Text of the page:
Neuraxial anesthesia use for hip fracture surgery has wide variation in use across hospitals, and hospitals using it for less than 25% of patients may have increased 30-day mortality
The proportion of the variation in use attributable to patient, provider, and hospital factors remains unknown
Canadian administrative data demonstrate that approximately 60% of the variation in neuraxial use is attributable to patient factors, 20% to provider factors, and 20% to hospital factors
The specific anesthesiologist or hospital a patient receives care from affects the likelihood of neuraxial use more than most clinical factors
Substantial variation in primary anesthesia type for hip fracture surgery exists. Previous work has demonstrated that patients cared for at hospitals using less than 20 to 25% neuraxial anesthesia have decreased survival. Therefore, the authors aimed to identify sources of variation in anesthesia type, considering patient-, anesthesiologist-, and hospital-level variables.
Following protocol registration (NCT02787031), the authors conducted a cross-sectional analysis of a population-based cohort using linked administrative data in Ontario, Canada. The authors identified all people greater than 65 yr of age who had emergency hip fracture surgery from April 2002 to March 2014. Generalized linear mixed models were used to account for hierarchal data and measure the adjusted association of hospital-, anesthesiologist-, and patient-level factors with neuraxial anesthesia use. The proportion of variation attributable to each level was estimated using variance partition coefficients and the median odds ratio for receipt of neuraxial anesthesia.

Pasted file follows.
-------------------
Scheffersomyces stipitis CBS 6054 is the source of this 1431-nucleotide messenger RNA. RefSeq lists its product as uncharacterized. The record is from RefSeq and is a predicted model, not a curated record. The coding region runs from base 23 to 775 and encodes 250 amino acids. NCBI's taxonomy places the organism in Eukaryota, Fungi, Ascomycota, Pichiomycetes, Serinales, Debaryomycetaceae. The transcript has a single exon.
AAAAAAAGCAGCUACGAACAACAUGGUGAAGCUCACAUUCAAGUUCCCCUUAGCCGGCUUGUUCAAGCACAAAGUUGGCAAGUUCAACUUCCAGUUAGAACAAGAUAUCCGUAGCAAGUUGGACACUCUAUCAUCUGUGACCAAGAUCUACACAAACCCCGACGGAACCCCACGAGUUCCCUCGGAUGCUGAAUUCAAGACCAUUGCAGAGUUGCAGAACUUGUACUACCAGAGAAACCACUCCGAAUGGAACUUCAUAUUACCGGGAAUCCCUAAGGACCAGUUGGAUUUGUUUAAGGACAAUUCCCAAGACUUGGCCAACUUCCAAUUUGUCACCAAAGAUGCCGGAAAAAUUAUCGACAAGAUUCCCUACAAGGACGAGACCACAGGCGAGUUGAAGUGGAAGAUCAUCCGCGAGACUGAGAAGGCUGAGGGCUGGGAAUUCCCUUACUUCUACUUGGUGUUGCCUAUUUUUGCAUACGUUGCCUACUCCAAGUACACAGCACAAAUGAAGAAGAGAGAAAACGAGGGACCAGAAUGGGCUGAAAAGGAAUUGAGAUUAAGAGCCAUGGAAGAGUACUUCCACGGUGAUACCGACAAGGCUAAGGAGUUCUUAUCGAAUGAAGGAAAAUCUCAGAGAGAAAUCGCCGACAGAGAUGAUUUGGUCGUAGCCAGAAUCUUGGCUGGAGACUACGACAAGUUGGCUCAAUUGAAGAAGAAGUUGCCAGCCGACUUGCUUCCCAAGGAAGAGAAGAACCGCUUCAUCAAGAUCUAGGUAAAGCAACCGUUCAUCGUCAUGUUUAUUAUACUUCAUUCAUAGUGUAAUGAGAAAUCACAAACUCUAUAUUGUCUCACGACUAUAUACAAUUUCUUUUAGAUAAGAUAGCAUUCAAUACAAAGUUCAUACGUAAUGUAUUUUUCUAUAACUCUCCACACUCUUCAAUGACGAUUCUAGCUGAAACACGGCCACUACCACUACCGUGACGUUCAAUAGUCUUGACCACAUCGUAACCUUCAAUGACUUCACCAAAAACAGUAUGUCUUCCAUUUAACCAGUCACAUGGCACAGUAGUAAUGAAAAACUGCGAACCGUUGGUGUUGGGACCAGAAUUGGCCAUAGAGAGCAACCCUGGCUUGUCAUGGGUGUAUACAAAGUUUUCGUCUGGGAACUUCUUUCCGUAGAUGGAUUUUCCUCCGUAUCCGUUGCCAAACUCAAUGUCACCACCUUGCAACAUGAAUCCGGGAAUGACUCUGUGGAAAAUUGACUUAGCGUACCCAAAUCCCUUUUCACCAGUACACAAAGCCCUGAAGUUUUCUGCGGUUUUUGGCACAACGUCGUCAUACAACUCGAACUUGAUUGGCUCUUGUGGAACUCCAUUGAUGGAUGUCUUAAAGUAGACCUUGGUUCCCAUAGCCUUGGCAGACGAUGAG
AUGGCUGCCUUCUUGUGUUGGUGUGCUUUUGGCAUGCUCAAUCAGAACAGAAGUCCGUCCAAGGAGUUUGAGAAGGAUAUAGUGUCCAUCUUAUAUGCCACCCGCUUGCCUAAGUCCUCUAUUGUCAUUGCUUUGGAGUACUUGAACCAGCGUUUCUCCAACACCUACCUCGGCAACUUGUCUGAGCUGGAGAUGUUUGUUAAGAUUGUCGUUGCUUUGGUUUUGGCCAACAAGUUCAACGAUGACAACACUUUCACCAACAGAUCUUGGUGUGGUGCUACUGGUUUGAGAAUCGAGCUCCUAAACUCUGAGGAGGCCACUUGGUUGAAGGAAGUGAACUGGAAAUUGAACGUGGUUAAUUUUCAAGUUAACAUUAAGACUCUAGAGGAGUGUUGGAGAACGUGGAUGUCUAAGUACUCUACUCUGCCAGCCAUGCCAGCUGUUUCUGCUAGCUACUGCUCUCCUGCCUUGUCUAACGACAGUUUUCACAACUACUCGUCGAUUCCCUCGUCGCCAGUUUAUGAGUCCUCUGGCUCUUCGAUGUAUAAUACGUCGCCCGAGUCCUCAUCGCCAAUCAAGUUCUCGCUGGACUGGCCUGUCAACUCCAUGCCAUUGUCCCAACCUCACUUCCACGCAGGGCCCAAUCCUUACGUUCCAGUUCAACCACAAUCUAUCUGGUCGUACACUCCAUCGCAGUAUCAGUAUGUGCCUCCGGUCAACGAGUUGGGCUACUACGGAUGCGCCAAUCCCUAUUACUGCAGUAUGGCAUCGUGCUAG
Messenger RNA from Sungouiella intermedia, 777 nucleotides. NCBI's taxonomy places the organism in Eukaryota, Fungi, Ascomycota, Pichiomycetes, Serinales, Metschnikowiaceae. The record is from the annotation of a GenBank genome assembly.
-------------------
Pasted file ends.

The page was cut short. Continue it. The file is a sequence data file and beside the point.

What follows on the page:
Of 107,317 patients, 57,080 (53.2%) had a neuraxial anesthetic. The median odds ratio for receiving neuraxial anesthesia was 2.36 between randomly selected hospitals and 2.36 between randomly selected anesthesiologists. The majority (60.1%) of variation in neuraxial anesthesia use was explained by patient factors; 19.9% was attributable to the anesthesiologist providing care and 20.0% to the hospital where surgery occurred. The strongest patient-level predictors were absence of preoperative anticoagulant or antiplatelet agents, absence of obesity, and presence of pulmonary disease.
While patient factors explain most of the variation in neuraxial anesthesia use for hip fracture surgery, 40% of variation is attributable to anesthesiologist and hospital-level practice. Efforts to change practice patterns will need to consider hospital-level processes and anesthesiologists’ intentions and behaviors.
VARIATIONS in clinical practice are well documented across different areas of medicine and jurisdictions.1,2 Some variation in care delivery is warranted and expected. Differences in patient illness and preferences should drive individualization of care in pursuit of better outcomes. However, in some cases, medical practice variation unexplained by patient illness, risk factors, or preferences2,3 is associated with adverse outcomes.1,4,5 Identification of reasons for such variation could help inform development of strategies to minimize unexplained variation and improve patient outcomes.